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Hundreds of Irish babies used in medical research and dissection

Babies used as research subjects without single mothers’ consent 

By JORDANA KOZUPSKY, IrishCentral.com Saturday, October 8, 2011

A disturbing documentary that ran on RTÉ’s Prime Time revealed the gruesome fact that hundreds of Irish babies born out of wedlock were used in medical research without their mothers’ consent. 

The babies were mostly taken from children’s residential institutions or ‘Mother and Baby Homes’. Hundreds of bodies of dead babies were sent from the homes to Irish Medical colleges, and other, live babies were vaccinated in the homes with experimental drugs and closely monitored for side effects.

The Adoption Rights Alliance call the experiments “an utter contempt for children born outside of marriage and for their mothers.”

Although the research on the dead babies was conducted by medical students, the experiments on the live children with the vaccines were in the control of a pharmaceutical company.

According to the documentary, the Polio vaccine was developed during the 1950’s. While this led to a decreases in such diseases as diphtheria, tetanus, and whooping cough, it did require an increase in the amount of child research performed. Much of the research was consequently performed in children’s institutions or homes for single mothers, because of the high concentration of the children in one area. The experiments were carried out through the 1960s, but it is only now that the public outrage has truly set in.

According to the documentary, “in the mid 20th century, it was much easier for research to do research on a captive population where you’ve got all the subjects you’ve might want for the study, all there in one place.” Patrick Meenan, one of the leaders of the studies, justified his choice of study participants as there was “a tradition of doing testing in orphanages. You went to where the material was, to put it crudely.”

Meenan, who was a microbiologist at University College Dublin as well as a government advisor, and Irene Hillary led the vaccine studies. Their goal was to make better, cheaper vaccines with fewer side effects in partnership with a leading pharmaceutical company. Thus, they wanted large numbers of children who could be easily monitored without having to deal with getting consent.

Ireland’s Minister for Health, James Reilly, and the Minister for Children, Frances Fitzgerald, were both called upon to lead inquiries.

The Alliance claims that the failure of the previous audits to reveal the extent to which the children were actually used for the research is something that needs to be investigated immediately.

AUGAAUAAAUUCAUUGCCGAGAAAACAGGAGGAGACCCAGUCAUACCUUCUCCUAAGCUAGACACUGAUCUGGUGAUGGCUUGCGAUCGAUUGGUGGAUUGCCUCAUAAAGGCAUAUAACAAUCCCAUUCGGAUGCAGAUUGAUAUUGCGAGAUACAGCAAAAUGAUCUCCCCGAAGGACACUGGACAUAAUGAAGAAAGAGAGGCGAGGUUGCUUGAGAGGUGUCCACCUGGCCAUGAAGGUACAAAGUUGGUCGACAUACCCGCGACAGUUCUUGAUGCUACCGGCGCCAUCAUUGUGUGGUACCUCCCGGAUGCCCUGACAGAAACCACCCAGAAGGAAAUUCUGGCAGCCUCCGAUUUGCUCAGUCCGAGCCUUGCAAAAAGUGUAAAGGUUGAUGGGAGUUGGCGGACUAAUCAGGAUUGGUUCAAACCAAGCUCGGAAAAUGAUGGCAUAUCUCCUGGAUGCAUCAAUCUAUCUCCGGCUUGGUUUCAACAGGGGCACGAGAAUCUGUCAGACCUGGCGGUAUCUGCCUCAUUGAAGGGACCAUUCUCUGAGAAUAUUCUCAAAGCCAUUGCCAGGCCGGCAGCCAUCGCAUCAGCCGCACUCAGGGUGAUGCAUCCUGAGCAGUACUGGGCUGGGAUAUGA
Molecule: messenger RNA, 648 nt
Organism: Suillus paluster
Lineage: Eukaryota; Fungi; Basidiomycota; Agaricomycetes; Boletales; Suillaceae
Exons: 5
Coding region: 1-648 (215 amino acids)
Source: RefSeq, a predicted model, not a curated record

To date, only three trials have been confirmed, totalling to approximately two hundred babies in 1960, 1970, and 1973. There are no records that show consent from the mothers in the homes. “It was clear from the report that there was no parental consent,” reports the documentary. “There was a violation of the physical integrity of the children.”

Also featured in the film were the survivors of such institutions, those that live to tell the tale of the horrible conditions they were raised in. One woman who grew up in a mother-and-baby home claims that “we were there for them to do whatever they wanted to us...we were the lowest of the lowest. We were reminded of that so many times. Many of these women especially are having trouble locating their birth records, as are Irish-born people that were raised in America. These institutions were funded by the government and run by nuns, the largest of which catered to hundreds of women and their babies.

Says one survivor of the vaccine trials: “The most frightening thought to me is that anyone...would deem it appropriate to use children that you...simply go into a home with vulnerable children...and to not seek our mother’s permission...it just to me seems like bad science.”

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“In all of us there is a hunger, marrow-deep, to know our heritage, to know who we are and where we have come from. Without this enriching knowledge, there is a hollow yearning . . . and the most disquieting loneliness." 

Alex Haley, Author of Roots 





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